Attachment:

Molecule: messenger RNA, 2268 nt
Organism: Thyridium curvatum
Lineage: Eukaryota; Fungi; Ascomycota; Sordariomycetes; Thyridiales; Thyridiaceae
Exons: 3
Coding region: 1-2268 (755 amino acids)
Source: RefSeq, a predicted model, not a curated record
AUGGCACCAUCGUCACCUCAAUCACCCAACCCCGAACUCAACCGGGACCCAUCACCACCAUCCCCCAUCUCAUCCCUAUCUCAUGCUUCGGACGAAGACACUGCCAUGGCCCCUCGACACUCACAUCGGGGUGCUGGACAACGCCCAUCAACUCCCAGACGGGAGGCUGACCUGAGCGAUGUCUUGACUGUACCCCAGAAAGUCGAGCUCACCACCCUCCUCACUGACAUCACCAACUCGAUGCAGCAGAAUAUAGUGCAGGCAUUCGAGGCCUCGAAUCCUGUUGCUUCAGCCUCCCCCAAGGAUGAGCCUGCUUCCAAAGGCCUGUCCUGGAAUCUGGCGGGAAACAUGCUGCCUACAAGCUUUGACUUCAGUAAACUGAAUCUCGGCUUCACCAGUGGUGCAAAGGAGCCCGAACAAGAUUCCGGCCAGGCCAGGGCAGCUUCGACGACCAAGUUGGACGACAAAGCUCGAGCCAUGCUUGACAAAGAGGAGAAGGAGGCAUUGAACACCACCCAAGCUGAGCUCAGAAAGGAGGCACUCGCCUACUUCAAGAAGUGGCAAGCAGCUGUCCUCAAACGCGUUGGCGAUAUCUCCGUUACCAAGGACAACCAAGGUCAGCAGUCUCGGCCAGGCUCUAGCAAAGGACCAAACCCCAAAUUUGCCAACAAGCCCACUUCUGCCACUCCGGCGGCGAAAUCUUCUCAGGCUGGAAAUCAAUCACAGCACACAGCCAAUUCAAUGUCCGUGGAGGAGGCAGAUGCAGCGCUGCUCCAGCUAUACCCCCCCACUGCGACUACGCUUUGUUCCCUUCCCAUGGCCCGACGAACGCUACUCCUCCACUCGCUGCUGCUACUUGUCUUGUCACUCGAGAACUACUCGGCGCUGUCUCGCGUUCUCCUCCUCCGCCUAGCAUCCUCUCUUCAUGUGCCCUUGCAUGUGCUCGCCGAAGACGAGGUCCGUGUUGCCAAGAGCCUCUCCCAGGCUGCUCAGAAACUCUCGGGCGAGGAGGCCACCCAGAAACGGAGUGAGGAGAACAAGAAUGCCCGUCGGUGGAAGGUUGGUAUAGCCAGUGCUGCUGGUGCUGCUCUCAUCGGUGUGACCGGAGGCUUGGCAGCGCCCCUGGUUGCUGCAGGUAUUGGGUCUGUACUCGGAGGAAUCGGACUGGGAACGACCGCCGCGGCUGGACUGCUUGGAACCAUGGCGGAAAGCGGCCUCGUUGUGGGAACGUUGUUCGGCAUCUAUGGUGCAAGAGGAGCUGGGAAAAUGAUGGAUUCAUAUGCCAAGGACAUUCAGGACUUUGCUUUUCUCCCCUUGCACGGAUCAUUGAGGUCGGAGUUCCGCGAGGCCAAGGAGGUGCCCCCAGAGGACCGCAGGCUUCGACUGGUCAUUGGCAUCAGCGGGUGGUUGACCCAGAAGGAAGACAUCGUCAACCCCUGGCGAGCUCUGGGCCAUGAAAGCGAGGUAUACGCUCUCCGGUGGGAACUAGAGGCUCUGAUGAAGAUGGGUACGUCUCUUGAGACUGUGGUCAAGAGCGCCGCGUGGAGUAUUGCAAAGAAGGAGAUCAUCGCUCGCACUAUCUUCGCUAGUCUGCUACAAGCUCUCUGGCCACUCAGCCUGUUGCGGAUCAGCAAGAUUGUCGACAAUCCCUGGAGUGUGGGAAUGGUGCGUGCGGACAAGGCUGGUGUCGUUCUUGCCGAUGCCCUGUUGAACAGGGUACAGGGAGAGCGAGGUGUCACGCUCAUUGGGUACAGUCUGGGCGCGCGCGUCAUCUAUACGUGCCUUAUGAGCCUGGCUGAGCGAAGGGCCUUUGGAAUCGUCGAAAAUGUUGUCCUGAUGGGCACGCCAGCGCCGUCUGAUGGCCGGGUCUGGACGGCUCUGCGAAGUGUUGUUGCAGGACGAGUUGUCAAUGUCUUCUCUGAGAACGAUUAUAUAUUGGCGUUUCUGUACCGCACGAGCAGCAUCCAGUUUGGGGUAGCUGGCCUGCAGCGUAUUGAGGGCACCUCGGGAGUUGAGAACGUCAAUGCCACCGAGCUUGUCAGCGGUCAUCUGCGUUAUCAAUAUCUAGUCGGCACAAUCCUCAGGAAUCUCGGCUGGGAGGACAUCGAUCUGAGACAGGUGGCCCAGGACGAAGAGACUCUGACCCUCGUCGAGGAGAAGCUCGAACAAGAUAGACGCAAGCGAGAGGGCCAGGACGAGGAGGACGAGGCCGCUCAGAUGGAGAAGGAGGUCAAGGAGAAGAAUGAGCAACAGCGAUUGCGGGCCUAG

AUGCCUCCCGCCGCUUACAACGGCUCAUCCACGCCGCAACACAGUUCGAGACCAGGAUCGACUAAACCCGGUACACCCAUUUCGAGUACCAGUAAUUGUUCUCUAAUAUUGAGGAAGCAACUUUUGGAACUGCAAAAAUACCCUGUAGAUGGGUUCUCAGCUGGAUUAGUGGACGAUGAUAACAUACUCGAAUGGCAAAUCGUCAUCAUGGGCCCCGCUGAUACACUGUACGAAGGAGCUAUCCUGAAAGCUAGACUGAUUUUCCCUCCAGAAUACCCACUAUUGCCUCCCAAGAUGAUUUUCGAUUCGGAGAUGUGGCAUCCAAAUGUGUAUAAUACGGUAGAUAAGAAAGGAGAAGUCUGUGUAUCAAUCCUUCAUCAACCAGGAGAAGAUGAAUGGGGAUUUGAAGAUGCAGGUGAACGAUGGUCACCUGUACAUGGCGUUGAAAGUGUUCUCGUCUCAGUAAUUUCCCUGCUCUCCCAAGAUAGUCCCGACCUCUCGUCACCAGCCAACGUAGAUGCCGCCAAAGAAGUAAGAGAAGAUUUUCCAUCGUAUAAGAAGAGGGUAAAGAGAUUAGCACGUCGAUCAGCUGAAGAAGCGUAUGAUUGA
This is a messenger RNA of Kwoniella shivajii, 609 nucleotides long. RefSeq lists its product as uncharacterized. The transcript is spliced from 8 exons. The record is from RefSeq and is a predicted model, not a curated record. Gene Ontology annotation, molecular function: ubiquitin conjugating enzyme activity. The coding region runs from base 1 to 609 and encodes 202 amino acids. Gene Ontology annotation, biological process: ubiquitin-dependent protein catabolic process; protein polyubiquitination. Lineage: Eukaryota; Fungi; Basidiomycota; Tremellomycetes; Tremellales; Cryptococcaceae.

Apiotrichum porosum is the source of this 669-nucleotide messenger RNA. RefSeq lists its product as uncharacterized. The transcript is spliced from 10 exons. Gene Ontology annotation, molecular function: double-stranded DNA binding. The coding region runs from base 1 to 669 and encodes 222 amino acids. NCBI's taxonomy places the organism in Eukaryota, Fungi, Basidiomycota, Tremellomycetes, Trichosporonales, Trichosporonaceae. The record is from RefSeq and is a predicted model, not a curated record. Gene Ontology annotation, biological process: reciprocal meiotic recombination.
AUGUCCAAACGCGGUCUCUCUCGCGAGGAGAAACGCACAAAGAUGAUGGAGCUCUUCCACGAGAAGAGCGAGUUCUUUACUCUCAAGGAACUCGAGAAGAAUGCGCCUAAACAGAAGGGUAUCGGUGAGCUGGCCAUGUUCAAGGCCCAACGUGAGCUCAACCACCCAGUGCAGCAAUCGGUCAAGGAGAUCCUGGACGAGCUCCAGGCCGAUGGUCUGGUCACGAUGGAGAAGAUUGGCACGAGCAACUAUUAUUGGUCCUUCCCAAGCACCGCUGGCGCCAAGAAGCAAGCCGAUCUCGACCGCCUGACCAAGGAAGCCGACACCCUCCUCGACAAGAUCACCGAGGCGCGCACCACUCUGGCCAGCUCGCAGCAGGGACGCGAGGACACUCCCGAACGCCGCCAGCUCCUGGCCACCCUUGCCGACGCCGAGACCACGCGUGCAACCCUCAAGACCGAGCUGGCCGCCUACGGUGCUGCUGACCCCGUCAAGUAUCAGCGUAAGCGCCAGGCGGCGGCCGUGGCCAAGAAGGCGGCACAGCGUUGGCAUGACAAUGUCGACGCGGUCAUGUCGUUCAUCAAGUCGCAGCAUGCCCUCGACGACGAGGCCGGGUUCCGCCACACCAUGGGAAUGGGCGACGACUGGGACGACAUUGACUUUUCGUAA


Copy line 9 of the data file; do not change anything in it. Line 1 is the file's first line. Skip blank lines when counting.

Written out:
This is a messenger RNA of Kwoniella shivajii, 609 nucleotides long. RefSeq lists its product as uncharacterized. The transcript is spliced from 8 exons. The record is from RefSeq and is a predicted model, not a curated record. Gene Ontology annotation, molecular function: ubiquitin conjugating enzyme activity. The coding region runs from base 1 to 609 and encodes 202 amino acids. Gene Ontology annotation, biological process: ubiquitin-dependent protein catabolic process; protein polyubiquitination. Lineage: Eukaryota; Fungi; Basidiomycota; Tremellomycetes; Tremellales; Cryptococcaceae.